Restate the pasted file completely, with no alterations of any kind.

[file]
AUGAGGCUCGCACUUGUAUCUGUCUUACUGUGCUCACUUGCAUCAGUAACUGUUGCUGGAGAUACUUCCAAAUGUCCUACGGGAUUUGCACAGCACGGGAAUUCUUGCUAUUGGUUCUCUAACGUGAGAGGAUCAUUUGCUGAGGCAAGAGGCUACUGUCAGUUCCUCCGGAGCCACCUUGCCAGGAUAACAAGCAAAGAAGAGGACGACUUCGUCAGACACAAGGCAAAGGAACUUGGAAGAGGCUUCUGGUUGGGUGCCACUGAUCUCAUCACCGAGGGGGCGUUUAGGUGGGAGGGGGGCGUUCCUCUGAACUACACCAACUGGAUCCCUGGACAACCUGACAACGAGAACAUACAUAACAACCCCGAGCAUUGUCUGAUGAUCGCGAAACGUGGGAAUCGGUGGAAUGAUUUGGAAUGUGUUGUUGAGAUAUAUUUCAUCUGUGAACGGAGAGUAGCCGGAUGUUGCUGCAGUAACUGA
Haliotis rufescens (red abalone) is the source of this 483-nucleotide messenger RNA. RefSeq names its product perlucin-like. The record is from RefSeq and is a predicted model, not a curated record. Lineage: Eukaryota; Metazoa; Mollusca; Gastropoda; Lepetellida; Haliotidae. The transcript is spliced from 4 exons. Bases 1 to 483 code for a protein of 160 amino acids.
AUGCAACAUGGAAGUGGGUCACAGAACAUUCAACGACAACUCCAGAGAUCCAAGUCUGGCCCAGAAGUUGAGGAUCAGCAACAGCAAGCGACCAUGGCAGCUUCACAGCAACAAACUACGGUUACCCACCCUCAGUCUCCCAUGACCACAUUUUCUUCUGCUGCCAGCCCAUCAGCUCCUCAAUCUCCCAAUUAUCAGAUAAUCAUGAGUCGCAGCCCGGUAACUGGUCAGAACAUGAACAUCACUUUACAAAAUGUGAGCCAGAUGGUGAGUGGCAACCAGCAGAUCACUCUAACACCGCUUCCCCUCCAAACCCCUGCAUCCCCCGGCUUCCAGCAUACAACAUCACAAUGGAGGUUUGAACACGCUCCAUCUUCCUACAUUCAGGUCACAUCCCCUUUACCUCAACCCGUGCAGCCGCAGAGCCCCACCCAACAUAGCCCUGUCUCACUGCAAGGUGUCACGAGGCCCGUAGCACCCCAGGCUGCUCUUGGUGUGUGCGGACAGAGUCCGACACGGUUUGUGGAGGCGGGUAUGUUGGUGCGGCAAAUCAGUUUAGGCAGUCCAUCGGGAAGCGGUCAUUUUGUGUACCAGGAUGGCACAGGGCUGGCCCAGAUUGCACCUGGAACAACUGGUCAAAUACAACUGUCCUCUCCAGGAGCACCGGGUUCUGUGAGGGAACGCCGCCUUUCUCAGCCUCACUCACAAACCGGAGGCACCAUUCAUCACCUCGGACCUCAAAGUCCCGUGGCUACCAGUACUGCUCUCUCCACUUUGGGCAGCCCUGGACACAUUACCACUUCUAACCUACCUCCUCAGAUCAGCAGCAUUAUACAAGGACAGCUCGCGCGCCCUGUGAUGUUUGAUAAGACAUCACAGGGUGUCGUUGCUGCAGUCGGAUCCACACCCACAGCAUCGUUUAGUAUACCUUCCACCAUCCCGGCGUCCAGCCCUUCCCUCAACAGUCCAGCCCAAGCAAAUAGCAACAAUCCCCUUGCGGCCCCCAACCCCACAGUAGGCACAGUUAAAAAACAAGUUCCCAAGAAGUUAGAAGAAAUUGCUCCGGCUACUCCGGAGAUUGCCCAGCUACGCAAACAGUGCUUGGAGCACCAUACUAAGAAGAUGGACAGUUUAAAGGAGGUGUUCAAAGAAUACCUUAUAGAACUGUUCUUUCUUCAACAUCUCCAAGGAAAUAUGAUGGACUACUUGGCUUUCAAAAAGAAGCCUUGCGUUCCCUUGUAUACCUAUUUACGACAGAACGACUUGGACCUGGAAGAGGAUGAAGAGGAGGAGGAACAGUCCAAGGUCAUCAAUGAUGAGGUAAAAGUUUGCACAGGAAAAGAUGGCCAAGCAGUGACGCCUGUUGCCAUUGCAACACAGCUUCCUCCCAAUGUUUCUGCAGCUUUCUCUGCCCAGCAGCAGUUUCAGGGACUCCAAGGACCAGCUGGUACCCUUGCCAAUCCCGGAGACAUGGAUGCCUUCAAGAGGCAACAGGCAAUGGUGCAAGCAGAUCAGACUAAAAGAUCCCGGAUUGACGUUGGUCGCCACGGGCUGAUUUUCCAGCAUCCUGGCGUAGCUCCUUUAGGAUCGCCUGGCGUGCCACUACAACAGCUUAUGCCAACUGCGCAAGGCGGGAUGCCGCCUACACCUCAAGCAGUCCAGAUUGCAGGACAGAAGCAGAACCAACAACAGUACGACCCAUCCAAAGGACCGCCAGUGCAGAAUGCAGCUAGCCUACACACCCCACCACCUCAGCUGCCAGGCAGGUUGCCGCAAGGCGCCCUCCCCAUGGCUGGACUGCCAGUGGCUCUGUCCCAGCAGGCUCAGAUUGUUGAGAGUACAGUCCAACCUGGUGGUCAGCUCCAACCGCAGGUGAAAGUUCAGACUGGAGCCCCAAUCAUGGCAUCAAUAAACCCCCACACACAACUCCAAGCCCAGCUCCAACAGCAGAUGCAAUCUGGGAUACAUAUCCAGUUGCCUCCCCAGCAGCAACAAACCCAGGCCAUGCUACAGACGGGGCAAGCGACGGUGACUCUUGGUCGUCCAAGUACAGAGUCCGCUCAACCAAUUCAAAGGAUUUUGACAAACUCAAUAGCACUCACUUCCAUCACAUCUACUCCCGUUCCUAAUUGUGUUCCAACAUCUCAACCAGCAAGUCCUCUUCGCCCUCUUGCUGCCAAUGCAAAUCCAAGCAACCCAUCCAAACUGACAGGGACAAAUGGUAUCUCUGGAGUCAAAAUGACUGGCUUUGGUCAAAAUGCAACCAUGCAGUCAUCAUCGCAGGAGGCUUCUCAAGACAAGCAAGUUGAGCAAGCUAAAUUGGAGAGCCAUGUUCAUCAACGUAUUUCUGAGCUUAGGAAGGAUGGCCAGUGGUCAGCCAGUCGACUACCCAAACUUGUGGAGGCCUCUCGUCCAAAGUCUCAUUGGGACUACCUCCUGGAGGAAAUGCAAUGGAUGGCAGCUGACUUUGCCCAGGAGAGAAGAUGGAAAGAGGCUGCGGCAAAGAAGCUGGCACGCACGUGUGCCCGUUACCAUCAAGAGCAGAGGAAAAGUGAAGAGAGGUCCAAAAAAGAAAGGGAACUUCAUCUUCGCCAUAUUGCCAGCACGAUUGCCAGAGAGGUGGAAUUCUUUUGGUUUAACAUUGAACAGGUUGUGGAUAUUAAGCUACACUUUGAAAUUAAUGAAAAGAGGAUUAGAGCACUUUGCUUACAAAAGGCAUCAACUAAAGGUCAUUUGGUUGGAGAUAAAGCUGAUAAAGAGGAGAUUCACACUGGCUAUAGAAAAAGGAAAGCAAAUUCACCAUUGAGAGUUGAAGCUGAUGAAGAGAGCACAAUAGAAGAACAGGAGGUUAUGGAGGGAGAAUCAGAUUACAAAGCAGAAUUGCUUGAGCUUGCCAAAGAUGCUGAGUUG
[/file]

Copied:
AUGAGGCUCGCACUUGUAUCUGUCUUACUGUGCUCACUUGCAUCAGUAACUGUUGCUGGAGAUACUUCCAAAUGUCCUACGGGAUUUGCACAGCACGGGAAUUCUUGCUAUUGGUUCUCUAACGUGAGAGGAUCAUUUGCUGAGGCAAGAGGCUACUGUCAGUUCCUCCGGAGCCACCUUGCCAGGAUAACAAGCAAAGAAGAGGACGACUUCGUCAGACACAAGGCAAAGGAACUUGGAAGAGGCUUCUGGUUGGGUGCCACUGAUCUCAUCACCGAGGGGGCGUUUAGGUGGGAGGGGGGCGUUCCUCUGAACUACACCAACUGGAUCCCUGGACAACCUGACAACGAGAACAUACAUAACAACCCCGAGCAUUGUCUGAUGAUCGCGAAACGUGGGAAUCGGUGGAAUGAUUUGGAAUGUGUUGUUGAGAUAUAUUUCAUCUGUGAACGGAGAGUAGCCGGAUGUUGCUGCAGUAACUGA
Haliotis rufescens (red abalone) is the source of this 483-nucleotide messenger RNA. RefSeq names its product perlucin-like. The record is from RefSeq and is a predicted model, not a curated record. Lineage: Eukaryota; Metazoa; Mollusca; Gastropoda; Lepetellida; Haliotidae. The transcript is spliced from 4 exons. Bases 1 to 483 code for a protein of 160 amino acids.
AUGCAACAUGGAAGUGGGUCACAGAACAUUCAACGACAACUCCAGAGAUCCAAGUCUGGCCCAGAAGUUGAGGAUCAGCAACAGCAAGCGACCAUGGCAGCUUCACAGCAACAAACUACGGUUACCCACCCUCAGUCUCCCAUGACCACAUUUUCUUCUGCUGCCAGCCCAUCAGCUCCUCAAUCUCCCAAUUAUCAGAUAAUCAUGAGUCGCAGCCCGGUAACUGGUCAGAACAUGAACAUCACUUUACAAAAUGUGAGCCAGAUGGUGAGUGGCAACCAGCAGAUCACUCUAACACCGCUUCCCCUCCAAACCCCUGCAUCCCCCGGCUUCCAGCAUACAACAUCACAAUGGAGGUUUGAACACGCUCCAUCUUCCUACAUUCAGGUCACAUCCCCUUUACCUCAACCCGUGCAGCCGCAGAGCCCCACCCAACAUAGCCCUGUCUCACUGCAAGGUGUCACGAGGCCCGUAGCACCCCAGGCUGCUCUUGGUGUGUGCGGACAGAGUCCGACACGGUUUGUGGAGGCGGGUAUGUUGGUGCGGCAAAUCAGUUUAGGCAGUCCAUCGGGAAGCGGUCAUUUUGUGUACCAGGAUGGCACAGGGCUGGCCCAGAUUGCACCUGGAACAACUGGUCAAAUACAACUGUCCUCUCCAGGAGCACCGGGUUCUGUGAGGGAACGCCGCCUUUCUCAGCCUCACUCACAAACCGGAGGCACCAUUCAUCACCUCGGACCUCAAAGUCCCGUGGCUACCAGUACUGCUCUCUCCACUUUGGGCAGCCCUGGACACAUUACCACUUCUAACCUACCUCCUCAGAUCAGCAGCAUUAUACAAGGACAGCUCGCGCGCCCUGUGAUGUUUGAUAAGACAUCACAGGGUGUCGUUGCUGCAGUCGGAUCCACACCCACAGCAUCGUUUAGUAUACCUUCCACCAUCCCGGCGUCCAGCCCUUCCCUCAACAGUCCAGCCCAAGCAAAUAGCAACAAUCCCCUUGCGGCCCCCAACCCCACAGUAGGCACAGUUAAAAAACAAGUUCCCAAGAAGUUAGAAGAAAUUGCUCCGGCUACUCCGGAGAUUGCCCAGCUACGCAAACAGUGCUUGGAGCACCAUACUAAGAAGAUGGACAGUUUAAAGGAGGUGUUCAAAGAAUACCUUAUAGAACUGUUCUUUCUUCAACAUCUCCAAGGAAAUAUGAUGGACUACUUGGCUUUCAAAAAGAAGCCUUGCGUUCCCUUGUAUACCUAUUUACGACAGAACGACUUGGACCUGGAAGAGGAUGAAGAGGAGGAGGAACAGUCCAAGGUCAUCAAUGAUGAGGUAAAAGUUUGCACAGGAAAAGAUGGCCAAGCAGUGACGCCUGUUGCCAUUGCAACACAGCUUCCUCCCAAUGUUUCUGCAGCUUUCUCUGCCCAGCAGCAGUUUCAGGGACUCCAAGGACCAGCUGGUACCCUUGCCAAUCCCGGAGACAUGGAUGCCUUCAAGAGGCAACAGGCAAUGGUGCAAGCAGAUCAGACUAAAAGAUCCCGGAUUGACGUUGGUCGCCACGGGCUGAUUUUCCAGCAUCCUGGCGUAGCUCCUUUAGGAUCGCCUGGCGUGCCACUACAACAGCUUAUGCCAACUGCGCAAGGCGGGAUGCCGCCUACACCUCAAGCAGUCCAGAUUGCAGGACAGAAGCAGAACCAACAACAGUACGACCCAUCCAAAGGACCGCCAGUGCAGAAUGCAGCUAGCCUACACACCCCACCACCUCAGCUGCCAGGCAGGUUGCCGCAAGGCGCCCUCCCCAUGGCUGGACUGCCAGUGGCUCUGUCCCAGCAGGCUCAGAUUGUUGAGAGUACAGUCCAACCUGGUGGUCAGCUCCAACCGCAGGUGAAAGUUCAGACUGGAGCCCCAAUCAUGGCAUCAAUAAACCCCCACACACAACUCCAAGCCCAGCUCCAACAGCAGAUGCAAUCUGGGAUACAUAUCCAGUUGCCUCCCCAGCAGCAACAAACCCAGGCCAUGCUACAGACGGGGCAAGCGACGGUGACUCUUGGUCGUCCAAGUACAGAGUCCGCUCAACCAAUUCAAAGGAUUUUGACAAACUCAAUAGCACUCACUUCCAUCACAUCUACUCCCGUUCCUAAUUGUGUUCCAACAUCUCAACCAGCAAGUCCUCUUCGCCCUCUUGCUGCCAAUGCAAAUCCAAGCAACCCAUCCAAACUGACAGGGACAAAUGGUAUCUCUGGAGUCAAAAUGACUGGCUUUGGUCAAAAUGCAACCAUGCAGUCAUCAUCGCAGGAGGCUUCUCAAGACAAGCAAGUUGAGCAAGCUAAAUUGGAGAGCCAUGUUCAUCAACGUAUUUCUGAGCUUAGGAAGGAUGGCCAGUGGUCAGCCAGUCGACUACCCAAACUUGUGGAGGCCUCUCGUCCAAAGUCUCAUUGGGACUACCUCCUGGAGGAAAUGCAAUGGAUGGCAGCUGACUUUGCCCAGGAGAGAAGAUGGAAAGAGGCUGCGGCAAAGAAGCUGGCACGCACGUGUGCCCGUUACCAUCAAGAGCAGAGGAAAAGUGAAGAGAGGUCCAAAAAAGAAAGGGAACUUCAUCUUCGCCAUAUUGCCAGCACGAUUGCCAGAGAGGUGGAAUUCUUUUGGUUUAACAUUGAACAGGUUGUGGAUAUUAAGCUACACUUUGAAAUUAAUGAAAAGAGGAUUAGAGCACUUUGCUUACAAAAGGCAUCAACUAAAGGUCAUUUGGUUGGAGAUAAAGCUGAUAAAGAGGAGAUUCACACUGGCUAUAGAAAAAGGAAAGCAAAUUCACCAUUGAGAGUUGAAGCUGAUGAAGAGAGCACAAUAGAAGAACAGGAGGUUAUGGAGGGAGAAUCAGAUUACAAAGCAGAAUUGCUUGAGCUUGCCAAAGAUGCUGAGUUG